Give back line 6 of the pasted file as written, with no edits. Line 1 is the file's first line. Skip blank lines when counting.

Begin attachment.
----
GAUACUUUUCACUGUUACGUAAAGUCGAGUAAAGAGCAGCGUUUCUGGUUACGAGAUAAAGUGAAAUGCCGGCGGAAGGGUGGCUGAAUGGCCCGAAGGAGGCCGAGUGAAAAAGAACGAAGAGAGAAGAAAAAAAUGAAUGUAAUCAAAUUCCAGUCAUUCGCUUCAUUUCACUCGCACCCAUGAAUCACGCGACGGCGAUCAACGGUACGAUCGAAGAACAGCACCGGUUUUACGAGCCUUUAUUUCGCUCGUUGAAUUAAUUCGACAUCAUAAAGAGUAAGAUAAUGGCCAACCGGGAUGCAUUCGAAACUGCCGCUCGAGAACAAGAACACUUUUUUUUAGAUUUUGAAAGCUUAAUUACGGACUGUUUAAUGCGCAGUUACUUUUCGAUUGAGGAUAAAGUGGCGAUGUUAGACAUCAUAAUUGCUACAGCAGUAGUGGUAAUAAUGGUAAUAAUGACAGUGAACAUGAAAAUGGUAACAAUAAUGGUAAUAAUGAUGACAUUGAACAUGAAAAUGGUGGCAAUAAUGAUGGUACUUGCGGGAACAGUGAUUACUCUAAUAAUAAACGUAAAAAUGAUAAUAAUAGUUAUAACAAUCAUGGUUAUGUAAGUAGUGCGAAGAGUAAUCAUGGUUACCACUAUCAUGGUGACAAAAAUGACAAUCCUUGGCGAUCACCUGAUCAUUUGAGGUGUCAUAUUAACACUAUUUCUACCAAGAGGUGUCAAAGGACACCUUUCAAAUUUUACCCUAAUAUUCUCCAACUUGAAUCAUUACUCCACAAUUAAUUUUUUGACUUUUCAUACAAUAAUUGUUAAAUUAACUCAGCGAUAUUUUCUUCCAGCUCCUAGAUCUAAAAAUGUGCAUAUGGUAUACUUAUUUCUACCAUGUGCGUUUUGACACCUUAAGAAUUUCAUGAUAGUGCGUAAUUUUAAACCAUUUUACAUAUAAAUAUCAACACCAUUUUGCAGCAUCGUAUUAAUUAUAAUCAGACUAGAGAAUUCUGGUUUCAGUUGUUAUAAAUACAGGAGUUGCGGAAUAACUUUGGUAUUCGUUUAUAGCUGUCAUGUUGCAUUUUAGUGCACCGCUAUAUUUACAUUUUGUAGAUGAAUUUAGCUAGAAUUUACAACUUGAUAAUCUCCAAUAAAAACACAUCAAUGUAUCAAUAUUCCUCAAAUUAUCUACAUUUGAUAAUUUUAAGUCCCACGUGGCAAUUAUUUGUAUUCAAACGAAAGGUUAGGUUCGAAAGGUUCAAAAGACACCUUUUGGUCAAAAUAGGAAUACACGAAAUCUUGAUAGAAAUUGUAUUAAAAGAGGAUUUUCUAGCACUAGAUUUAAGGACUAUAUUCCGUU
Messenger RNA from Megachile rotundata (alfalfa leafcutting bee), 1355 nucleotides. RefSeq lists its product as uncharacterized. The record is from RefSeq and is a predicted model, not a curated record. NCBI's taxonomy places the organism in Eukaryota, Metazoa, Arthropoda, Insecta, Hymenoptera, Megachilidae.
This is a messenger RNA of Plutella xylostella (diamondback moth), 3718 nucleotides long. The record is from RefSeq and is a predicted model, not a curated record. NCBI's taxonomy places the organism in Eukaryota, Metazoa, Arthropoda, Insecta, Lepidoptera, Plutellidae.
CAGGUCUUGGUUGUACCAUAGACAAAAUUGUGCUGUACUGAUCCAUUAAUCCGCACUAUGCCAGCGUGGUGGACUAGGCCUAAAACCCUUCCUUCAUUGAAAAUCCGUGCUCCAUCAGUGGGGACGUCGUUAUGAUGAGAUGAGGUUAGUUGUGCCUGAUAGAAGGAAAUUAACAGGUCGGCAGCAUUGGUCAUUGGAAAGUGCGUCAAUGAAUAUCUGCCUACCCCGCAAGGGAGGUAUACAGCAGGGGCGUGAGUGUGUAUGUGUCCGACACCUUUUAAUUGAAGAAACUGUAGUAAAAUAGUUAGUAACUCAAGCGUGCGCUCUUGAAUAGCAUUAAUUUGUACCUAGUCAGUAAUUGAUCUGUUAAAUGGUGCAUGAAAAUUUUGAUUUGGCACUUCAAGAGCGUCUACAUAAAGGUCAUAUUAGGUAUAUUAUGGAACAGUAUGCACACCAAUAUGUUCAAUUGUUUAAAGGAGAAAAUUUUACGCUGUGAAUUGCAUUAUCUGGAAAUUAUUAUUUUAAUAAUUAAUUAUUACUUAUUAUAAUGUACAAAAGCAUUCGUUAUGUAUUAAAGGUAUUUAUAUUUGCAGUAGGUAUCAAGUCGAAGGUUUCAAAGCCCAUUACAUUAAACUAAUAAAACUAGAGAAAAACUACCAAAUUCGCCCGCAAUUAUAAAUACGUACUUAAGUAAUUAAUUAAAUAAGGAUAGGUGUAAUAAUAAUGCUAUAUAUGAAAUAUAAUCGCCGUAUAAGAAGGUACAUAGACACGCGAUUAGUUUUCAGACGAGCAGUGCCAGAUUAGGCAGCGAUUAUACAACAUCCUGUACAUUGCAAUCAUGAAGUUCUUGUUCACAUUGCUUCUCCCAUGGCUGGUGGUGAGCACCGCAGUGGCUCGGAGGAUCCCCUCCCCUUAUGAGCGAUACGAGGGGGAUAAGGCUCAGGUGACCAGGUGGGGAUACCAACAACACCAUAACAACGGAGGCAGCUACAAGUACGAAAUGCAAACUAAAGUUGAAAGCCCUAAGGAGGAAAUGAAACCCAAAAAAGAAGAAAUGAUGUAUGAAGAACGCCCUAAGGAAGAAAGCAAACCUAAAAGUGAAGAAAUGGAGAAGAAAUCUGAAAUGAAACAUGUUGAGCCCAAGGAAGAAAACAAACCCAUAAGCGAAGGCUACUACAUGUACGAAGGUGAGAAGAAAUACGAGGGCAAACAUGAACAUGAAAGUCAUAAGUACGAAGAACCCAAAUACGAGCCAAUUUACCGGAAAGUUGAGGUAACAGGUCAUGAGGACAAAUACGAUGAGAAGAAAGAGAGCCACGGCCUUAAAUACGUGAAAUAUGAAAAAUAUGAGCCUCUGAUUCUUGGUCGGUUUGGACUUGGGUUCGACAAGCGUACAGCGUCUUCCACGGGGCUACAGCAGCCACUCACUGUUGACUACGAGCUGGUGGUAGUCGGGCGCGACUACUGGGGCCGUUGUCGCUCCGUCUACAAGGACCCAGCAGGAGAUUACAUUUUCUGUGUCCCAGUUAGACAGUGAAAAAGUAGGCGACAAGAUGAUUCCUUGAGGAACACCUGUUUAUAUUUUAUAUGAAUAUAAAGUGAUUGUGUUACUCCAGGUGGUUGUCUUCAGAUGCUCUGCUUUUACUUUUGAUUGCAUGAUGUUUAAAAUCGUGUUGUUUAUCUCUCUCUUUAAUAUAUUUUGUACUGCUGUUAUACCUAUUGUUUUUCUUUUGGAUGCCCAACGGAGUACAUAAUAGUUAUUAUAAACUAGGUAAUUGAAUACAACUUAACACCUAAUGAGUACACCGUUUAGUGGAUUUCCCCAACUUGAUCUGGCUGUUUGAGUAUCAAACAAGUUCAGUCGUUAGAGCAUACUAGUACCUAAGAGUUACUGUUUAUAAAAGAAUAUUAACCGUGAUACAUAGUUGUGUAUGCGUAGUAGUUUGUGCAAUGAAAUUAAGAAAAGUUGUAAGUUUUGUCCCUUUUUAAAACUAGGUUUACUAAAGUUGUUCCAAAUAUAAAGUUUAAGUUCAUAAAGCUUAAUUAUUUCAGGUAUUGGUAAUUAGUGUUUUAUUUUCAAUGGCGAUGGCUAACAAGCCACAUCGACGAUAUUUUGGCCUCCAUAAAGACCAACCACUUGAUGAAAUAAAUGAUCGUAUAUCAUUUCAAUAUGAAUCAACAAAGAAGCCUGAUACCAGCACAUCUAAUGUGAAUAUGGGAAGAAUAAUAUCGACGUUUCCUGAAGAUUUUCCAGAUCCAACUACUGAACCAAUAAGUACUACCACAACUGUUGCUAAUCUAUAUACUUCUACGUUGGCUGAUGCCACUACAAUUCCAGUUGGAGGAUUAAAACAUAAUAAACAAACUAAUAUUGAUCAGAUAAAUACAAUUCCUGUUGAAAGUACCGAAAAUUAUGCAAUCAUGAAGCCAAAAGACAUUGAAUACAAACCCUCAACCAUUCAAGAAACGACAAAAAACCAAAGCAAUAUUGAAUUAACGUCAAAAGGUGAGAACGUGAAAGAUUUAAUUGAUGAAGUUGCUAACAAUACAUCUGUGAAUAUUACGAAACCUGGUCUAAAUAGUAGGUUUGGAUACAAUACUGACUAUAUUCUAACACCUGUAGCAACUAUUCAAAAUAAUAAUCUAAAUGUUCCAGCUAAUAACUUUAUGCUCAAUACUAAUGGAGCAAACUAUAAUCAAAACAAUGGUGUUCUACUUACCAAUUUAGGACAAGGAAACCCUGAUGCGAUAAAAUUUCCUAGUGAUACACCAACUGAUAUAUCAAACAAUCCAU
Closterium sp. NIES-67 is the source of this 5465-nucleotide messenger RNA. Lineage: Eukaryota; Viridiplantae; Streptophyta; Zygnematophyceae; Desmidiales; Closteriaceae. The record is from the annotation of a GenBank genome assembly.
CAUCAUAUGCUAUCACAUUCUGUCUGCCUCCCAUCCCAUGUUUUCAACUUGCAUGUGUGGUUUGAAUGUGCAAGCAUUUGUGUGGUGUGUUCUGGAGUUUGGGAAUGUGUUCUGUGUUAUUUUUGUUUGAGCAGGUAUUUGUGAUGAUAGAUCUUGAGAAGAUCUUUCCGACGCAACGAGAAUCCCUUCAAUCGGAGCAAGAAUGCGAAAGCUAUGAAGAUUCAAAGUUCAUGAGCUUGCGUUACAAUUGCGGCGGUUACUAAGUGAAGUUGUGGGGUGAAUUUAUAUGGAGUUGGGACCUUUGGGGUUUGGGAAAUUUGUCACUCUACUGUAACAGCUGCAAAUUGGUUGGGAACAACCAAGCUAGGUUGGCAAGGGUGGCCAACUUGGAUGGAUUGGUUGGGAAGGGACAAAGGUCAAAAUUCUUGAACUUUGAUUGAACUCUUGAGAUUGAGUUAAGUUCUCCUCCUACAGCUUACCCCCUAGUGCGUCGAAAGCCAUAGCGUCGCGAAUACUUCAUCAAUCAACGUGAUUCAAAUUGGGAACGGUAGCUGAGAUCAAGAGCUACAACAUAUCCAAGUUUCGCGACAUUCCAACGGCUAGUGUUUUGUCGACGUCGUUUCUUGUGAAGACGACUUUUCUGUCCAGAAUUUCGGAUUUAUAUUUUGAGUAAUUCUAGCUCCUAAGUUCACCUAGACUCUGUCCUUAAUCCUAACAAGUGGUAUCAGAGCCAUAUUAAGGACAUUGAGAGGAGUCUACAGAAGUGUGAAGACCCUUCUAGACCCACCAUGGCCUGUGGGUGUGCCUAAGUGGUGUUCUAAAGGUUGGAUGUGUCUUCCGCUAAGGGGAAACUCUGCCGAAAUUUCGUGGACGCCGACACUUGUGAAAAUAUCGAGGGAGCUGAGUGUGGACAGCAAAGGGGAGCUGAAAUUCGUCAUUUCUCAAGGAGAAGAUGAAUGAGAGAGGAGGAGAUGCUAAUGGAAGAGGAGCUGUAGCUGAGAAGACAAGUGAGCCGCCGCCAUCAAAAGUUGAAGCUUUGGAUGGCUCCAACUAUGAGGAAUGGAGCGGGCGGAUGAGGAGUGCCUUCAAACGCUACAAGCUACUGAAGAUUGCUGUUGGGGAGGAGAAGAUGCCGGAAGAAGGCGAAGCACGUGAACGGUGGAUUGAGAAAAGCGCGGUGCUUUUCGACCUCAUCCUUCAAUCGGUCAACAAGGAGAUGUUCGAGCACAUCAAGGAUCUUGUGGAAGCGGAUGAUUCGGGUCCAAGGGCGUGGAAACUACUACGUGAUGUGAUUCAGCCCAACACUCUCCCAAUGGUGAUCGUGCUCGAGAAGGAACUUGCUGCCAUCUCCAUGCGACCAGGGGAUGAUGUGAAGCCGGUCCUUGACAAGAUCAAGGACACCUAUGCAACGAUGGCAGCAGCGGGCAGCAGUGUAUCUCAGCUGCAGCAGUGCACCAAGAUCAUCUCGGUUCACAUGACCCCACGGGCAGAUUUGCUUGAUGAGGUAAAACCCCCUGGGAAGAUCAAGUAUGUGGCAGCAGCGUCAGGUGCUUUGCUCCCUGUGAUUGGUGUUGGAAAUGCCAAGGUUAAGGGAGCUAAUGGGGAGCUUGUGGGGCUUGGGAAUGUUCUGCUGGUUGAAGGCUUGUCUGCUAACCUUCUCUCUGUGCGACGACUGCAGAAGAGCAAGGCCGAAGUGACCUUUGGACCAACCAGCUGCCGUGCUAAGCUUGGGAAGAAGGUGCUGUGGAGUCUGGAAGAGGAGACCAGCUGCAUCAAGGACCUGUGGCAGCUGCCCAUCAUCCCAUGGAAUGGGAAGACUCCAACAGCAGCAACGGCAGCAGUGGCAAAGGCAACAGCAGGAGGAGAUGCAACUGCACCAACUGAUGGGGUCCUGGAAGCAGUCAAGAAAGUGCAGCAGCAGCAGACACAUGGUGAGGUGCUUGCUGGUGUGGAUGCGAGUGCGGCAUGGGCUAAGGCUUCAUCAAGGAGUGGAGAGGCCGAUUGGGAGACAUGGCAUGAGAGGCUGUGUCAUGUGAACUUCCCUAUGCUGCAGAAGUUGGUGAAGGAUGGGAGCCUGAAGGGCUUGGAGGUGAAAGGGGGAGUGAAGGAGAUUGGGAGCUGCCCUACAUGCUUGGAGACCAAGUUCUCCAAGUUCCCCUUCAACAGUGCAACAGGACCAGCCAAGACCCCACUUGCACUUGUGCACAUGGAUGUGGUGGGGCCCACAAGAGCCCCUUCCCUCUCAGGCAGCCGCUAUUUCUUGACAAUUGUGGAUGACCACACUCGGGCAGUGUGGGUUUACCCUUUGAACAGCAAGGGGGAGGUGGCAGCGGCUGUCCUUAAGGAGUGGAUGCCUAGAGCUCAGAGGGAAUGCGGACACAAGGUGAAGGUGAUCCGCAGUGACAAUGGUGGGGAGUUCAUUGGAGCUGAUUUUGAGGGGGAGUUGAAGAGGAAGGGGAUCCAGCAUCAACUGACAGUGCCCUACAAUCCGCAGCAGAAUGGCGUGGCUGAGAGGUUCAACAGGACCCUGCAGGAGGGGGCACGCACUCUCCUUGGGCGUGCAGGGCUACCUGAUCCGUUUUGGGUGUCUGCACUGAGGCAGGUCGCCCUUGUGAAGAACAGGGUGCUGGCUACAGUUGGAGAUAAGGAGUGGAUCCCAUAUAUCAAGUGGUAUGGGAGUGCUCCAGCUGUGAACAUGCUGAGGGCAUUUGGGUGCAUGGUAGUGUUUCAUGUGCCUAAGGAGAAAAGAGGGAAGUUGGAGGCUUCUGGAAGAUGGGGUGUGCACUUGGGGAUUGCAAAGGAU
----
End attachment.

CAUCAUAUGCUAUCACAUUCUGUCUGCCUCCCAUCCCAUGUUUUCAACUUGCAUGUGUGGUUUGAAUGUGCAAGCAUUUGUGUGGUGUGUUCUGGAGUUUGGGAAUGUGUUCUGUGUUAUUUUUGUUUGAGCAGGUAUUUGUGAUGAUAGAUCUUGAGAAGAUCUUUCCGACGCAACGAGAAUCCCUUCAAUCGGAGCAAGAAUGCGAAAGCUAUGAAGAUUCAAAGUUCAUGAGCUUGCGUUACAAUUGCGGCGGUUACUAAGUGAAGUUGUGGGGUGAAUUUAUAUGGAGUUGGGACCUUUGGGGUUUGGGAAAUUUGUCACUCUACUGUAACAGCUGCAAAUUGGUUGGGAACAACCAAGCUAGGUUGGCAAGGGUGGCCAACUUGGAUGGAUUGGUUGGGAAGGGACAAAGGUCAAAAUUCUUGAACUUUGAUUGAACUCUUGAGAUUGAGUUAAGUUCUCCUCCUACAGCUUACCCCCUAGUGCGUCGAAAGCCAUAGCGUCGCGAAUACUUCAUCAAUCAACGUGAUUCAAAUUGGGAACGGUAGCUGAGAUCAAGAGCUACAACAUAUCCAAGUUUCGCGACAUUCCAACGGCUAGUGUUUUGUCGACGUCGUUUCUUGUGAAGACGACUUUUCUGUCCAGAAUUUCGGAUUUAUAUUUUGAGUAAUUCUAGCUCCUAAGUUCACCUAGACUCUGUCCUUAAUCCUAACAAGUGGUAUCAGAGCCAUAUUAAGGACAUUGAGAGGAGUCUACAGAAGUGUGAAGACCCUUCUAGACCCACCAUGGCCUGUGGGUGUGCCUAAGUGGUGUUCUAAAGGUUGGAUGUGUCUUCCGCUAAGGGGAAACUCUGCCGAAAUUUCGUGGACGCCGACACUUGUGAAAAUAUCGAGGGAGCUGAGUGUGGACAGCAAAGGGGAGCUGAAAUUCGUCAUUUCUCAAGGAGAAGAUGAAUGAGAGAGGAGGAGAUGCUAAUGGAAGAGGAGCUGUAGCUGAGAAGACAAGUGAGCCGCCGCCAUCAAAAGUUGAAGCUUUGGAUGGCUCCAACUAUGAGGAAUGGAGCGGGCGGAUGAGGAGUGCCUUCAAACGCUACAAGCUACUGAAGAUUGCUGUUGGGGAGGAGAAGAUGCCGGAAGAAGGCGAAGCACGUGAACGGUGGAUUGAGAAAAGCGCGGUGCUUUUCGACCUCAUCCUUCAAUCGGUCAACAAGGAGAUGUUCGAGCACAUCAAGGAUCUUGUGGAAGCGGAUGAUUCGGGUCCAAGGGCGUGGAAACUACUACGUGAUGUGAUUCAGCCCAACACUCUCCCAAUGGUGAUCGUGCUCGAGAAGGAACUUGCUGCCAUCUCCAUGCGACCAGGGGAUGAUGUGAAGCCGGUCCUUGACAAGAUCAAGGACACCUAUGCAACGAUGGCAGCAGCGGGCAGCAGUGUAUCUCAGCUGCAGCAGUGCACCAAGAUCAUCUCGGUUCACAUGACCCCACGGGCAGAUUUGCUUGAUGAGGUAAAACCCCCUGGGAAGAUCAAGUAUGUGGCAGCAGCGUCAGGUGCUUUGCUCCCUGUGAUUGGUGUUGGAAAUGCCAAGGUUAAGGGAGCUAAUGGGGAGCUUGUGGGGCUUGGGAAUGUUCUGCUGGUUGAAGGCUUGUCUGCUAACCUUCUCUCUGUGCGACGACUGCAGAAGAGCAAGGCCGAAGUGACCUUUGGACCAACCAGCUGCCGUGCUAAGCUUGGGAAGAAGGUGCUGUGGAGUCUGGAAGAGGAGACCAGCUGCAUCAAGGACCUGUGGCAGCUGCCCAUCAUCCCAUGGAAUGGGAAGACUCCAACAGCAGCAACGGCAGCAGUGGCAAAGGCAACAGCAGGAGGAGAUGCAACUGCACCAACUGAUGGGGUCCUGGAAGCAGUCAAGAAAGUGCAGCAGCAGCAGACACAUGGUGAGGUGCUUGCUGGUGUGGAUGCGAGUGCGGCAUGGGCUAAGGCUUCAUCAAGGAGUGGAGAGGCCGAUUGGGAGACAUGGCAUGAGAGGCUGUGUCAUGUGAACUUCCCUAUGCUGCAGAAGUUGGUGAAGGAUGGGAGCCUGAAGGGCUUGGAGGUGAAAGGGGGAGUGAAGGAGAUUGGGAGCUGCCCUACAUGCUUGGAGACCAAGUUCUCCAAGUUCCCCUUCAACAGUGCAACAGGACCAGCCAAGACCCCACUUGCACUUGUGCACAUGGAUGUGGUGGGGCCCACAAGAGCCCCUUCCCUCUCAGGCAGCCGCUAUUUCUUGACAAUUGUGGAUGACCACACUCGGGCAGUGUGGGUUUACCCUUUGAACAGCAAGGGGGAGGUGGCAGCGGCUGUCCUUAAGGAGUGGAUGCCUAGAGCUCAGAGGGAAUGCGGACACAAGGUGAAGGUGAUCCGCAGUGACAAUGGUGGGGAGUUCAUUGGAGCUGAUUUUGAGGGGGAGUUGAAGAGGAAGGGGAUCCAGCAUCAACUGACAGUGCCCUACAAUCCGCAGCAGAAUGGCGUGGCUGAGAGGUUCAACAGGACCCUGCAGGAGGGGGCACGCACUCUCCUUGGGCGUGCAGGGCUACCUGAUCCGUUUUGGGUGUCUGCACUGAGGCAGGUCGCCCUUGUGAAGAACAGGGUGCUGGCUACAGUUGGAGAUAAGGAGUGGAUCCCAUAUAUCAAGUGGUAUGGGAGUGCUCCAGCUGUGAACAUGCUGAGGGCAUUUGGGUGCAUGGUAGUGUUUCAUGUGCCUAAGGAGAAAAGAGGGAAGUUGGAGGCUUCUGGAAGAUGGGGUGUGCACUUGGGGAUUGCAAAGGAU